No one doubts West Virginia health care providers have busy schedules or perform important, sometimes life-saving, tasks. Humans make mistakes, but some errors are less forgivable than others, particularly when someone else's health is endangered. Doctors and other service providers are obligated to meet high quality standards of care.
Too many factors are in play to attribute any single reason for the increase or decrease of traffic collisions. Nevertheless, West Virginia law enforcement agencies and federal transportation officials analyze crash data to determine how to reduce motor vehicle accidents. Crash prevention campaigns certainly don't add to the problem, but it's hard to measure how much influence they have on negligent drivers.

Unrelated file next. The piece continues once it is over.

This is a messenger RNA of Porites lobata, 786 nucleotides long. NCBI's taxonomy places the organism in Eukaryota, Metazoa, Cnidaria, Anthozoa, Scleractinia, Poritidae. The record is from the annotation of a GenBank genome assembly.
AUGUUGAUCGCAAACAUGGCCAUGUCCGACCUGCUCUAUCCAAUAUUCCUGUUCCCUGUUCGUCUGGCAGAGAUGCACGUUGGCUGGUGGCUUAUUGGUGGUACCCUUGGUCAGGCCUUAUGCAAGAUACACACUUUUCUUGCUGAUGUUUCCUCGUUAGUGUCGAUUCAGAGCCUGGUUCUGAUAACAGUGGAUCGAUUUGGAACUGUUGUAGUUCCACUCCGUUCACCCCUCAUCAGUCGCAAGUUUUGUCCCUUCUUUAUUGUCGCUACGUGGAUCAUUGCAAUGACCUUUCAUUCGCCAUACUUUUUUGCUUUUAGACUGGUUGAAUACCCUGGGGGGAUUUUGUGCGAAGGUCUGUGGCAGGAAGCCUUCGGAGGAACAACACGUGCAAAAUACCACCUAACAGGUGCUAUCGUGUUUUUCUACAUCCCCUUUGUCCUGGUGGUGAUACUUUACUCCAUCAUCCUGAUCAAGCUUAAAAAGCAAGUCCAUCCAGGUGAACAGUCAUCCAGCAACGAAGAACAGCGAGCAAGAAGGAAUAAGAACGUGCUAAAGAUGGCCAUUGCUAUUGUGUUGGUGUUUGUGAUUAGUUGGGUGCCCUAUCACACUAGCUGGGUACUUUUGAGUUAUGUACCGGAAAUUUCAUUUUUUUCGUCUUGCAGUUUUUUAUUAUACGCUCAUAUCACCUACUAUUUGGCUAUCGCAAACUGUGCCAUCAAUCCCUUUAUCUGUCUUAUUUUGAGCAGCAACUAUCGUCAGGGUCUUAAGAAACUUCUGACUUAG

Charleston, West Virginia, patients have every right to expect doctors to be educated, well-trained, licensed and focused upon providing the highest quality care. Most surgeons live up to these expectations, but doctors are capable of making serious mistakes. Wrong-site surgeries are preventable forms of physician negligence.
West Virginia drivers are at a much higher risk of being killed in traffic collisions than other U.S. drivers, according to a National Highway Traffic Safety Administration report. Approximately 12 of every 100,000 people died in motor vehicle accidents nationwide between 2006 and 2010. In our state, during the same period, the fatality rate was 20.56 per 100,000.